Tesco is introducing new plastic packaging made by a pioneering process of recycling soft, flexible plastic packaging. This trial demonstrates for the first time that soft plastic can be continuously recycled into safe food-grade packaging. Cheese in packaging from this trial will be on sale in Tesco stores this week.
An entire supply chain has worked together to recycle soft plastic collected from Tesco customers into new food-grade packaging. Plastic Energy, SABIC, Sealed Air and Bradburys Cheese partnered with Tesco to conduct this trial to prove that soft plastic, that would typically go to waste, can be recycled multiple times into new food grade plastic as a part of a closed loop recycling system.
Retailers use soft plastics to pack foods such as bread, pre-prepared salads, meat and cheese as it helps to maintain freshness and prevent food waste. According to the 2019 UK Household Plastic Collection Survey, the UK uses almost 400,000 tonnes of soft plastics every year, but just under 21,000 tonnes of that is collected1 and this is recycled into non-food grade material. Recycling collection points for soft plastics were introduced into ten Tesco stores in the south west of England in 2019 to discover ways to help address this problem and create a closed loop system.
To prove the closed loop concept, soft plastic material collected from Tesco customers was sent to Plastic Energy who converted the used packaging into oil, through an advanced recycling process called pyrolysis. This recycled oil was used by SABIC in their production process as an alternative to traditional fossil materials to make new plastic pellets that are just as safe and effective as virgin plastic. The pellets were used by Sealed Air who developed one of their existing plastic packaging designs to use this material while still meeting all the performance requirements of Tesco’s cheese supplier, Bradburys.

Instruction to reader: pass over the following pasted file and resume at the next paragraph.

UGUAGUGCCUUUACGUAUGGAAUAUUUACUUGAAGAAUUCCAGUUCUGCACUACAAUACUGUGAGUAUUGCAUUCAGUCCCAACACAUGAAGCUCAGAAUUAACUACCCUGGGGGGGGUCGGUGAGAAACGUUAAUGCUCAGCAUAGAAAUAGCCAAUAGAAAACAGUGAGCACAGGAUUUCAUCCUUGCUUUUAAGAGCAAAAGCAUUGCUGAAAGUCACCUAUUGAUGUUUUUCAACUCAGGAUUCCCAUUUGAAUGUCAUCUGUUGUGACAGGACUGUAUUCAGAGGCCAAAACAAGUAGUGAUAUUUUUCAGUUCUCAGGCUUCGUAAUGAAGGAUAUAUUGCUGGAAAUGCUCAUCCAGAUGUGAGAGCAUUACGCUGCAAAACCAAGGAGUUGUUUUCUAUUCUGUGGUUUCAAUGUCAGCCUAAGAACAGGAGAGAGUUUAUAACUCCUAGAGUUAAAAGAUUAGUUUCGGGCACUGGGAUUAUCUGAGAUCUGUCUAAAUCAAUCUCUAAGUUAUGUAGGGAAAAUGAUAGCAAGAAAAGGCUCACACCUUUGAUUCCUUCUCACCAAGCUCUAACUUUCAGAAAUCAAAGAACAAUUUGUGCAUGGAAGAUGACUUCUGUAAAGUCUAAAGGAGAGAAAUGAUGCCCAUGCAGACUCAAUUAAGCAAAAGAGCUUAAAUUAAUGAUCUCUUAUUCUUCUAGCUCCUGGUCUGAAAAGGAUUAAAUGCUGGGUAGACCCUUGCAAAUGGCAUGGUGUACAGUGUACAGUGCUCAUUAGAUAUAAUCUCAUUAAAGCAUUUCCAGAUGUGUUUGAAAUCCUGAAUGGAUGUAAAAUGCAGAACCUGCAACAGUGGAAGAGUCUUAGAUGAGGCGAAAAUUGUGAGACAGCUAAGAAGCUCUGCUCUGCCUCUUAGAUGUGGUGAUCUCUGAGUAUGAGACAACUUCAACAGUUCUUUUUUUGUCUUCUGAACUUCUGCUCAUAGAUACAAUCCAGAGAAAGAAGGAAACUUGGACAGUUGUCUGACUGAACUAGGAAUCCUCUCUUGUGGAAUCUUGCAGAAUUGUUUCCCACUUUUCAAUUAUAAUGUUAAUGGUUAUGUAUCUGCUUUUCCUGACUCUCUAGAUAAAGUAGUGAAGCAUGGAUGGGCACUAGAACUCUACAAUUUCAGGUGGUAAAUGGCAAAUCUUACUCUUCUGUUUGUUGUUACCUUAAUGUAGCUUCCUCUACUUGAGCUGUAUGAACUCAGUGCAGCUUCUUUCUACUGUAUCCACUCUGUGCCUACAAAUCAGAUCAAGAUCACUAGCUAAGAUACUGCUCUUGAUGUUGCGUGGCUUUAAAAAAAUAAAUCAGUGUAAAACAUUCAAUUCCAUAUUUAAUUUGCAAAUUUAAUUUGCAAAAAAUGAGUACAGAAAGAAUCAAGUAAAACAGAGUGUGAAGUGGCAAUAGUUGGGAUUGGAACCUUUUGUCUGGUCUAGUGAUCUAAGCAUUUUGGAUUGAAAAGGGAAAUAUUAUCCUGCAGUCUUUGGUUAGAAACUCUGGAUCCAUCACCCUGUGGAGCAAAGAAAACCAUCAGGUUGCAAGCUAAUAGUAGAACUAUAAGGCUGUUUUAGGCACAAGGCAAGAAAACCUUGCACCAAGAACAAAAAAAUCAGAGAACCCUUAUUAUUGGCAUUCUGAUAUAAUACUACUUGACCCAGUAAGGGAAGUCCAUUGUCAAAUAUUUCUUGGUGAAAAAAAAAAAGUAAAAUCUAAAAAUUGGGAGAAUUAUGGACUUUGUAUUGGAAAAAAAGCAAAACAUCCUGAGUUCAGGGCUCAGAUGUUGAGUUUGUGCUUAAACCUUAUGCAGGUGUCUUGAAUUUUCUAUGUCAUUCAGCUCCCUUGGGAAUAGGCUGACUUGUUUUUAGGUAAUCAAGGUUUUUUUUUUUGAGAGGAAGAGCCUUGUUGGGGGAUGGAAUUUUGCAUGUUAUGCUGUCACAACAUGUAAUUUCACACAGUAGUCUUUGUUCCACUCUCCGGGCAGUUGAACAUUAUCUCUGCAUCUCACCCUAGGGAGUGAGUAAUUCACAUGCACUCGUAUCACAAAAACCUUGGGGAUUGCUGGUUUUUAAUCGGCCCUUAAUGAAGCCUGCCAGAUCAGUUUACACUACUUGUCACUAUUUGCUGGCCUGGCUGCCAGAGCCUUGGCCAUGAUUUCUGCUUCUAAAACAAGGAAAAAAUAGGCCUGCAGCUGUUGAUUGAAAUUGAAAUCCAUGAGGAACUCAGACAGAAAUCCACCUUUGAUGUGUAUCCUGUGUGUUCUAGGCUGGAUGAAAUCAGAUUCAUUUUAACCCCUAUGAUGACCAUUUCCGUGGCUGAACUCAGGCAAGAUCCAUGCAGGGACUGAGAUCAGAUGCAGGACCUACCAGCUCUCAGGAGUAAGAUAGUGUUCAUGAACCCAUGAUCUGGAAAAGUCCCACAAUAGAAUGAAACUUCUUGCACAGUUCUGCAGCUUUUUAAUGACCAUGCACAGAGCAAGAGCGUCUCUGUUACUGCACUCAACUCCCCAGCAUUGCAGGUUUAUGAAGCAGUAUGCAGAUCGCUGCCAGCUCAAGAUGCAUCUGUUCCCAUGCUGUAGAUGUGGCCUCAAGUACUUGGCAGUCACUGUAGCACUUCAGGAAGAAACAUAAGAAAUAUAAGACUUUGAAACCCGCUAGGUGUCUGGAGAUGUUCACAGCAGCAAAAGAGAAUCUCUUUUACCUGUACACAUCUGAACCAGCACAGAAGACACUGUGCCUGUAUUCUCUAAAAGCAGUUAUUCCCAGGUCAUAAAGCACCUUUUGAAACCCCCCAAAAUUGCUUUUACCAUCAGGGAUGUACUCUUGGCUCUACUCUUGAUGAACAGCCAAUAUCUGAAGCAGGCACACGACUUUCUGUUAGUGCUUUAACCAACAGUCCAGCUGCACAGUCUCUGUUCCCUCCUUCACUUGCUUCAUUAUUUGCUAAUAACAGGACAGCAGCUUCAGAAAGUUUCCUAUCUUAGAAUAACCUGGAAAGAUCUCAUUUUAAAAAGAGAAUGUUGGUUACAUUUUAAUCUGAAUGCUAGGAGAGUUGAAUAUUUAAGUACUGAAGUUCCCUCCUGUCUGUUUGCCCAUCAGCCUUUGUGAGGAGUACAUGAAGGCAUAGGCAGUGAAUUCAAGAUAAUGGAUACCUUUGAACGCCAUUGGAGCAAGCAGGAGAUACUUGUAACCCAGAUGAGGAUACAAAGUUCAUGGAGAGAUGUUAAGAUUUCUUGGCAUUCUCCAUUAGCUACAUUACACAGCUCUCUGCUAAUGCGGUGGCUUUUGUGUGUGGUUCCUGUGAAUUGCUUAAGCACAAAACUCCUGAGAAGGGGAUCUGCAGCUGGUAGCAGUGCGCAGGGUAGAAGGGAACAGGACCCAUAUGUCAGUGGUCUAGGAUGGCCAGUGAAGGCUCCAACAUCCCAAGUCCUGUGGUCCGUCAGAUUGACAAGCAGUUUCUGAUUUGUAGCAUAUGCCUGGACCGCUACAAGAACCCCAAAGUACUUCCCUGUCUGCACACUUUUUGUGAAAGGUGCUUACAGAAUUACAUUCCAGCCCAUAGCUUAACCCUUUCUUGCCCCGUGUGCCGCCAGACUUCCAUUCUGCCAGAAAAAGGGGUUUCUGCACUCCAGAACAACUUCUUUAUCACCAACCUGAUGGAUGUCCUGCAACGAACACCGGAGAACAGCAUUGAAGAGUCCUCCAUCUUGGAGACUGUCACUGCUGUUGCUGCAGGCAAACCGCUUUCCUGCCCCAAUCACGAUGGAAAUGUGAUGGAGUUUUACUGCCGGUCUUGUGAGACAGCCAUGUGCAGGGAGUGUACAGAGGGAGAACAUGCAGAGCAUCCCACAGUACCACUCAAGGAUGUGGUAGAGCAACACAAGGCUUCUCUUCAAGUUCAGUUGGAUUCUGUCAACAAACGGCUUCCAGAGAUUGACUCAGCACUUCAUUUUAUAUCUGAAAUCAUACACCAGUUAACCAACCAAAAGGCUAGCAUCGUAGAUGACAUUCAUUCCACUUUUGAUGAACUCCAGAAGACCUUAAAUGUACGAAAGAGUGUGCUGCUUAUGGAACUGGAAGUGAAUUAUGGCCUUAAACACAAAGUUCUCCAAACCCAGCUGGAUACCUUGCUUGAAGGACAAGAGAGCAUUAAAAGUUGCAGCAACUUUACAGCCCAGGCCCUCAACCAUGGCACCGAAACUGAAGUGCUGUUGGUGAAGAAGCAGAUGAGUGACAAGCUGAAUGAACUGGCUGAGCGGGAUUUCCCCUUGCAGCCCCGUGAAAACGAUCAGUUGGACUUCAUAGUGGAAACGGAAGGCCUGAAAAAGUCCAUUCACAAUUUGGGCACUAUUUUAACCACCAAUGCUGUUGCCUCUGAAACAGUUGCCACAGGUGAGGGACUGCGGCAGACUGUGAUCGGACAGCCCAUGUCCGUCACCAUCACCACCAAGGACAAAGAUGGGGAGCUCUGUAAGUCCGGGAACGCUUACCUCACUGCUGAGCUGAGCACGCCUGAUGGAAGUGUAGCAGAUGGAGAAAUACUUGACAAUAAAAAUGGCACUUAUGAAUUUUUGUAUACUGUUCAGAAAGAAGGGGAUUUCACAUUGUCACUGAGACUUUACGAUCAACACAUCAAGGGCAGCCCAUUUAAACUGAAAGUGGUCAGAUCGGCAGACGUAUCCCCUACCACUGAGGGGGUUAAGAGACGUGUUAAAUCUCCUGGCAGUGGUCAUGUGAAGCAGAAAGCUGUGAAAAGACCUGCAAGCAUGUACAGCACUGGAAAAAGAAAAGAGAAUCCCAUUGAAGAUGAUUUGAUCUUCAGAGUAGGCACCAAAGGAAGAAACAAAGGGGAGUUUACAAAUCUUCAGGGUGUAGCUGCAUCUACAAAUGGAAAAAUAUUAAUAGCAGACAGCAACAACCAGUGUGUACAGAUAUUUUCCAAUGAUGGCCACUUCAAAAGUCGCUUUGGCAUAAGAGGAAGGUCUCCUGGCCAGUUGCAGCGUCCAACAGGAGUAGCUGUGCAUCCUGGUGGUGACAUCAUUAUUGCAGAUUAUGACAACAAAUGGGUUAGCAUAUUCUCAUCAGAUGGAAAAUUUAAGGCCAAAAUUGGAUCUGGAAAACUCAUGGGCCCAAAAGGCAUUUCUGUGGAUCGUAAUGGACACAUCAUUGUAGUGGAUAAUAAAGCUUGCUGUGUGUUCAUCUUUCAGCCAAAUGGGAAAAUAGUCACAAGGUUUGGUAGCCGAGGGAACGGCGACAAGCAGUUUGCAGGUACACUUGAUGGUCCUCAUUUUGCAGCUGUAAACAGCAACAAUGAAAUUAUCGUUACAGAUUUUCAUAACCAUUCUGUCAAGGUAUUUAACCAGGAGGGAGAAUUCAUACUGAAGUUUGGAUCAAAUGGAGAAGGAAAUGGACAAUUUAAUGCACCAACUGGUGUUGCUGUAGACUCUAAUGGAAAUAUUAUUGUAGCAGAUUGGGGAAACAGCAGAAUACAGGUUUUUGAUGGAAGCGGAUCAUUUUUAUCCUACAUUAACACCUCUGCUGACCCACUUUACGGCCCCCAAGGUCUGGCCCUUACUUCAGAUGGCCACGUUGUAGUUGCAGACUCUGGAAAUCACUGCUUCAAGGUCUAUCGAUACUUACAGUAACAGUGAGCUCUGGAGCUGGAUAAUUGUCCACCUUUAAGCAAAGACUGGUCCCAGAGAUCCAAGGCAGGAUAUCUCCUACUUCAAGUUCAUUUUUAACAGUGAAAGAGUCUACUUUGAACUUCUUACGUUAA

Seven different cheeses packed at Bradburys using this flexible plastic are now being stocked in Tesco’s stores. The packaging will contain a minimum of 30% recycled material from this new recycling process.
This work comes as a part of Tesco’s 4R Remove, Reduce, Reuse and Recycle programme and an ambition to ensure that all its packaging can be recycled as a part of a closed loop:
James Bull, Head of Packaging at Tesco said, “We are removing all excessive and non-recyclable packaging from our business and will ensure everything that remains can be recycled as a part of a closed loop. This exciting new partnership has the potential to show that every piece of plastic we use can be recycled. If we can roll out this approach at scale throughout our industry it could be of enormous benefit to our planet.”
Peter Maddox, Director of WRAP UK, said: “This is a very exciting development in the challenging journey towards making flexible plastic packaging recyclable and circular. Tesco, a founding member of The UK Plastics Pact, has demonstrated that by taking an innovative and collaborative approach, new solutions can be found to take plastics from in-store collection points to a food-grade packaging format. The next challenge will be to test how scalable it is, and I look forward to seeing how the project progresses.”
Including recycled material in food grade soft plastic packaging has been a challenge for the industry up until this point due to the limitations of traditional recycling techniques. This advanced pyrolysis recycling process overcomes this issue.